Air Transport World

The name of the game is the name: the big T of each Trump Shuttle aircraft makes it clear that corporate anonymity does not reign totally in naming airlines. (company profile)

Muse is gone and so is Laker. Braniff flies no longer. Unlike most airlines, named after points on the compass or parts of the globe, these bore the names of the men who founded or owned them. But even with their absence, corporate anonymity still does not reign totally in the naming of airlines. When Eastern sold its Northeast Shuttle operation last year, it came as no surprise that the buyer put his name on the acquisition--Trump.

As do the Trump Tower, the Trump casinos and other of the flamboyant entrepreneur's holdings, the Trump Shuttle bears the unmistakable mark of "The Donald." The tail of each Boeing 727 in the fleet is emblazoned with a big T and the red, white, black and gold livery is patterned after the markings on the owner's private 727. Refurbishing of Shuttle interiors includes lavatory vanities with a pink marble pattern--just as all 1,250 guest rooms in Atlantic City's new Trump Taj Mahal Casino Resort feature marble bathrooms.

And last August, when a Shuttle flight was forced to land in Boston with the nose wheel retracted, it was Donald Trump himself, along with Shuttle President Bruce R. Nobles, who flew to Boston, held a press conference in which he praised the airmanship of the flight crew and then wrote letters to all 49 passengers.

Trump's shuttle saga began on March 4, 1989, when picket signs went up at Eastern Airlines properties. In the bankruptcy that followed, Eastern sought to sell about $1.8 billion in assets to pay off creditors and finance restructuring. On May 25, U.S. Bankruptcy Court Judge Burton R. Lifland approved the $365 million sale of Eastern's Shuttle to Trump. Eastern, which had introduced the shuttle concept in 1961, was out of the business and on June 8, the first Trump Shuttle flights began.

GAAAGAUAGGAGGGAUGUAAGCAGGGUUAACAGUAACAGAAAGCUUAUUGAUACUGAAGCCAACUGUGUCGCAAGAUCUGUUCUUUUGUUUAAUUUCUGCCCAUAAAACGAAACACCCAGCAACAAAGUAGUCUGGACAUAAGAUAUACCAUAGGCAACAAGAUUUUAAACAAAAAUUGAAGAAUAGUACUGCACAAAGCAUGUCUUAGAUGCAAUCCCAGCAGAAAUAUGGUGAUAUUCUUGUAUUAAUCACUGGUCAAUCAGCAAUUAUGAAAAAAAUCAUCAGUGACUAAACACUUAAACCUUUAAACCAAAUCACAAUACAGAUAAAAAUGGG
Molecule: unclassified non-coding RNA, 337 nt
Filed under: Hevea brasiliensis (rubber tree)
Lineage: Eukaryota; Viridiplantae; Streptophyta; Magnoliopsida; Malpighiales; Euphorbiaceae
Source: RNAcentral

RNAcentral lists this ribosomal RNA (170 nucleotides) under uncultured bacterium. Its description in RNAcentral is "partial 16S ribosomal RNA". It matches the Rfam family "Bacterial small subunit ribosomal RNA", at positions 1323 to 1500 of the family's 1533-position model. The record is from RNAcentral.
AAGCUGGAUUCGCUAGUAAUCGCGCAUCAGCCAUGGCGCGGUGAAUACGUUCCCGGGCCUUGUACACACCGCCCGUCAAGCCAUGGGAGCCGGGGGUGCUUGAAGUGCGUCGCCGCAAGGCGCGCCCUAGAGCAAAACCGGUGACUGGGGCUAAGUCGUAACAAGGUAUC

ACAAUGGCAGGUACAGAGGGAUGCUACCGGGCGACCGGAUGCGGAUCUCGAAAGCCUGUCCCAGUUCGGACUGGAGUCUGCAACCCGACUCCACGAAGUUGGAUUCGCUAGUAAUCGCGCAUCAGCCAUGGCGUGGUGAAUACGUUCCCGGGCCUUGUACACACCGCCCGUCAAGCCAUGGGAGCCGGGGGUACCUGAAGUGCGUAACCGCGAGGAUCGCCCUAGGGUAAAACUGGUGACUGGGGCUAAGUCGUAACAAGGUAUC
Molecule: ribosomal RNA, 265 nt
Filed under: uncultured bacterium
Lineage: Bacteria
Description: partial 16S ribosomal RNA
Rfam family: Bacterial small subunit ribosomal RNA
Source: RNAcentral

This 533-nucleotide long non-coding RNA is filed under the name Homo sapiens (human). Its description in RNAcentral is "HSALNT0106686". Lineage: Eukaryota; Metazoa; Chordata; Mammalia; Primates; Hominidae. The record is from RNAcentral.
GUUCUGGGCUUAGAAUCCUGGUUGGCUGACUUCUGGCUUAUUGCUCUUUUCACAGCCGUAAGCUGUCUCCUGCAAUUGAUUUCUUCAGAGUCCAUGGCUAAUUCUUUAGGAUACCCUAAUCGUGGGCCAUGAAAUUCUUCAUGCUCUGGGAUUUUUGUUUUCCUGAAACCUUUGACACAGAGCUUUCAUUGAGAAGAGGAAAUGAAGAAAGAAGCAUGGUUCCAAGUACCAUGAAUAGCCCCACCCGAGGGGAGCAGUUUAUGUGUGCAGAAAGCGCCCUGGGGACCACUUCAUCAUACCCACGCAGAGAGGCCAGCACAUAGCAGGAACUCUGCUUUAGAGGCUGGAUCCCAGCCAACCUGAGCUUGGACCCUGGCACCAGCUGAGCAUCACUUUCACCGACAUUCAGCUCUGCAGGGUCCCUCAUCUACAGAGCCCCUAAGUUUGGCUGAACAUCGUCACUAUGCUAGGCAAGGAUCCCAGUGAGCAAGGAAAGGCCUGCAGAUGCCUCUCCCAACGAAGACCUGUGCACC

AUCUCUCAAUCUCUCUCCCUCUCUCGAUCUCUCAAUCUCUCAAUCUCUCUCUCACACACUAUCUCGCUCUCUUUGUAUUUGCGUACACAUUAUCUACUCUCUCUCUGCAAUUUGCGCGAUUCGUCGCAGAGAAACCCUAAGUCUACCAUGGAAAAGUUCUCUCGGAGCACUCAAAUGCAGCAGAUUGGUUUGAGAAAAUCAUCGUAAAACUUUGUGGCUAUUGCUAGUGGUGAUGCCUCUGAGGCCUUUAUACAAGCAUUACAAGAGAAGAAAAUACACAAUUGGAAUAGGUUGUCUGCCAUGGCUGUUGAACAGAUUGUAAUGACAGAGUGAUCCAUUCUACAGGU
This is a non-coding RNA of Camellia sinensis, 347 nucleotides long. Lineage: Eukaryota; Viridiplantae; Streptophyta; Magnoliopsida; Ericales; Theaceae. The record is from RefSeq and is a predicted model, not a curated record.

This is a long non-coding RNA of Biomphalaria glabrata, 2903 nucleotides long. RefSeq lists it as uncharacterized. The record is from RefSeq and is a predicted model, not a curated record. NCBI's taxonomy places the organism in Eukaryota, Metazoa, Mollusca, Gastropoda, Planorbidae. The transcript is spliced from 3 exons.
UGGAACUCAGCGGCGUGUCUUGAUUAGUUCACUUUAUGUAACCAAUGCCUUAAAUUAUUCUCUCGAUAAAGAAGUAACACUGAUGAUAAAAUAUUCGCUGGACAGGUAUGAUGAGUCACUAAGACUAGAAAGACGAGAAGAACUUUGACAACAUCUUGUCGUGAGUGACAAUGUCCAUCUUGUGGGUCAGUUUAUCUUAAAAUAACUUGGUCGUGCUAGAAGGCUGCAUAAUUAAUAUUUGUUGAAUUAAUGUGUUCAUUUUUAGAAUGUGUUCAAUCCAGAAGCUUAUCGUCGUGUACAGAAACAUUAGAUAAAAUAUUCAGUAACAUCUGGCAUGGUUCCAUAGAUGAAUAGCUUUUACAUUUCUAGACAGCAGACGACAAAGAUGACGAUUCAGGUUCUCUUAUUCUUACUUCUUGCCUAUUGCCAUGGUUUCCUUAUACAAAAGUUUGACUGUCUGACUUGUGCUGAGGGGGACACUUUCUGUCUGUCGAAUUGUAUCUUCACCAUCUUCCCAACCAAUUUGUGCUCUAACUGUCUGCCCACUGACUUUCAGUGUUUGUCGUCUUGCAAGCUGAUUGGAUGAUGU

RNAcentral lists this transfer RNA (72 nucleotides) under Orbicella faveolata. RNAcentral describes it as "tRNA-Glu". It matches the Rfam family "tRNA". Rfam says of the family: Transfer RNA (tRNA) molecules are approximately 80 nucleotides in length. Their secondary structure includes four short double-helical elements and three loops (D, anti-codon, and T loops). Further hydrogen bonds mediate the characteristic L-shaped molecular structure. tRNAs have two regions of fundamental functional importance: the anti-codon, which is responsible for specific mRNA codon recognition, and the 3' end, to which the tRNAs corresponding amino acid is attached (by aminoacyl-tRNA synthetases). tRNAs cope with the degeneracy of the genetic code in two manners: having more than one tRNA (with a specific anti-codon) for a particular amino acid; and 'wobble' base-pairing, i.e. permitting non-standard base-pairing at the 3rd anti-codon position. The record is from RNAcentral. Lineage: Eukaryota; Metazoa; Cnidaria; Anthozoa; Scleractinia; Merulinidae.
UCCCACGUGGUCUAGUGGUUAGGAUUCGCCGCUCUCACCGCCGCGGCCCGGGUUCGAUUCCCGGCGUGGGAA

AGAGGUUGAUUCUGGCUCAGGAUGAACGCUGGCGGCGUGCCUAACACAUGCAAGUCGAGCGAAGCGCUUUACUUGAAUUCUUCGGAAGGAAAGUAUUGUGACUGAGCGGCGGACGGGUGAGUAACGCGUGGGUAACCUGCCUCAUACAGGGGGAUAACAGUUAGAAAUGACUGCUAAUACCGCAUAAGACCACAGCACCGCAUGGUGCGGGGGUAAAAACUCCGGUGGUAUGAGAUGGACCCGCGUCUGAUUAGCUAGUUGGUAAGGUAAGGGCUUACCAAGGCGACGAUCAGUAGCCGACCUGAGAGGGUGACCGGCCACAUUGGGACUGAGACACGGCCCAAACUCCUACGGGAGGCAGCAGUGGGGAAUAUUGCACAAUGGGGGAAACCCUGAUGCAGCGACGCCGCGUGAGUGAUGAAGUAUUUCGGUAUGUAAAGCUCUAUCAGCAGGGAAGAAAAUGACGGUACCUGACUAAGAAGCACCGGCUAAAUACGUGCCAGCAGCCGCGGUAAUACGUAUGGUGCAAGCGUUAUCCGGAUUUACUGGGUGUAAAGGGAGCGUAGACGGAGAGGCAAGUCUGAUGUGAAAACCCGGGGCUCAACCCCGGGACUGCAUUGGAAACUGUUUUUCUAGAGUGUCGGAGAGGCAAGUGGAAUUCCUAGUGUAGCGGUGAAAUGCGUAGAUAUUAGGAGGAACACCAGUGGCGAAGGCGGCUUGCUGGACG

Routes to LaGuardia

Eastern's troubles had helped its shuttle competitor, Pan Am, to achieve a 72% share of the shuttle market, which comprises one route between New York LaGuardia and Boston, and another between LaGuardia and Washington National.

When Trump took over, many observers predicted that he faced a long, slow job of rebuilding. "It will be relatively easy for Trump to get 35% of the market. Getting up to 45% will be more difficult," one analyst was quoted. "Eventually, the market will probably split 55%-45% in favor of Pan Am. It will take several years for Mr. Trump to develop the market."

Yet by the end of July, the first full month of service, Trump had 43% of the New York-Washington Shuttle market and 45% of New York-Boston, according to an analysis by Airline Economics, Inc., of U.S. DOT statistics. Pan Am held the remaining shares. And by the end of the year, Trump had 48% in each of the shuttle markets, with 52% for Pan Am.

Not long after the June start-up, Nobles was reported to be projecting a pretax profit of $18 million for the first year, on sales of $202 million. The favorable market share estimates suggest that those goals may have been met or surpassed but Nobles is not releasing financial-performance figures. The Trump Shuttle is a private company and it has requested confidential treatment for financial data submitted to the U. …

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